Yes, I know that sounds expensive. It definitely won’t be cheap and will require you to build out new competencies you don’t have today. But you’ll be able to pay for it (and then some) with all the money you save by getting out of the very expensive mass-market content and offline distribution businesses.
So if you’re willing to become an online-first media company, I think I can promise you’ll return to profitability in 5-10 years depending on how quickly you move to jettison your legacy offline businesses. Now, your shareholders may not be so keen on all these restructuring costs and write-downs, not to mention all the money you’re going to be leaving on the offline distribution table by focusing on getting into the online business while you still can. But, that’s ok because they value the long-term survival of the company over short-term profits. Right? </sarcasm>
Mass-market content and offline distribution are declining businesses, but they are still quite profitable. Especially compared to niche content and online distribution, which are clearly ascendent but still a rounding error to the bottom-line of these major media companies (not to mention the corporations that own them). I believe the decline of the former is going to be a lot quicker than the entertainment industry thinks (because they believe they can control it and they don’t understand the exponential acceleration of technological progress) while the rise of the latter will be retarded by a lack of investment in developing the infrastructure to make it a profitable business. The film industry obsessively spends hundreds of millions of dollars to build the biggest anti-piracy stick they can while watering the online video carrot with an eyedropper. If they were to put meaningful time and money into figuring out how to make legal online content consumption compelling and profitable, it would be more effective than spending a hundred times that on anti-piracy efforts. But they won’t, instead they will continue to do everything they can to prop up dying (but profitable) revenue streams, including stifling the growth of the emerging revenue streams that could one day take their place. And so, the studios will some day (soon) find themselves with not enough offline money and not enough online audience from which to try to make money.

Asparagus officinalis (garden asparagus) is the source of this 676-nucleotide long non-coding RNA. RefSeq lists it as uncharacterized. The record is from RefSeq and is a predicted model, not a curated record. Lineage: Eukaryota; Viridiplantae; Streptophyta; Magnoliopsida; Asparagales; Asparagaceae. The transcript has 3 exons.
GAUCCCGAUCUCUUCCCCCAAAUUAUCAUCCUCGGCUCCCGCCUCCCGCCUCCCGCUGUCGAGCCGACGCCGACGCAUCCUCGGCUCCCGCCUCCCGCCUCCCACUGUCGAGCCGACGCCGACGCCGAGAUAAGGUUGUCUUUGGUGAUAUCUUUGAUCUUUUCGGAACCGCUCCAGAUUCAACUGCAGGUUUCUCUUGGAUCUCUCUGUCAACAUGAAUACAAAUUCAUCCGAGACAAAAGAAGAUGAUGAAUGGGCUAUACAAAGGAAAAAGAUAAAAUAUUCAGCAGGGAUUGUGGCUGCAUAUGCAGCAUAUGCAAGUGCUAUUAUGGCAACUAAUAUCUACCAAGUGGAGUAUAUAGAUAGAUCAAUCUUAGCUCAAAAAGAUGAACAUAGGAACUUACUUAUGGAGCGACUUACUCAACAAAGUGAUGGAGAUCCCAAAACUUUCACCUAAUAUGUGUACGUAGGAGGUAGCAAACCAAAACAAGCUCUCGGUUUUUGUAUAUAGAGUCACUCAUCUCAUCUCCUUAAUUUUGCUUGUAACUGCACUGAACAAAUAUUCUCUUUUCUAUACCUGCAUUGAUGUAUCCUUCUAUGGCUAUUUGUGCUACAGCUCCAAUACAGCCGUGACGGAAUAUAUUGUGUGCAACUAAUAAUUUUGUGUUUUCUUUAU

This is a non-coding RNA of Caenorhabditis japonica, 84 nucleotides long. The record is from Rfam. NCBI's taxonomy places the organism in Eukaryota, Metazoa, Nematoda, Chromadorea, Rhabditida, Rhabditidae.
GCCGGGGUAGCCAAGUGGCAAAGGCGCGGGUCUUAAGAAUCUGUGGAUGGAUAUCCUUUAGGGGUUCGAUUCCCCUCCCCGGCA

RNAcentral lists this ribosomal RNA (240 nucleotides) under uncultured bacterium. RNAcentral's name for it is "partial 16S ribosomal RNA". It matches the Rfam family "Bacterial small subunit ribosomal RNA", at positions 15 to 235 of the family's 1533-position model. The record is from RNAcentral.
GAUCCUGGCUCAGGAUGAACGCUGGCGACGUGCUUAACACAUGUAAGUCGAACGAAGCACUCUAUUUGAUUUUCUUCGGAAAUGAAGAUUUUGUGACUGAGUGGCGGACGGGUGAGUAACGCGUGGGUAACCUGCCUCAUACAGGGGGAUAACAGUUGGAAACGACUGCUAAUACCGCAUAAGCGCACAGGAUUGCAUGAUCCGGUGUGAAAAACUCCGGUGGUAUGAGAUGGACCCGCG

If I were the head of a studio, I would stop trying to figure out how to grow the buggy whip business by keeping down the automobile. I would also recognize that transforming my profitable if shrinking buggy whip business into a money-losing automobile business making it up in volume is probably not in the best economic interest of my shareholders. So instead of throwing good money after bad trying to keep the overall buggy whip market from shrinking, I would focus on getting as much share as possible while all my competitors spent their time futilely worrying about the cars. I would ruthlessly cut costs to maintain profitability in the face of shrinking demand. And, I would put all those profits into a dividend so my shareholders would stop pressuring me for growth that isn’t there. Finally, when it’s time to close my buggy whip factory’s doors, I would take all that dividend money I earned and put it into the best automobile company I could find (and then I would be sure to sell that ~80 years later ).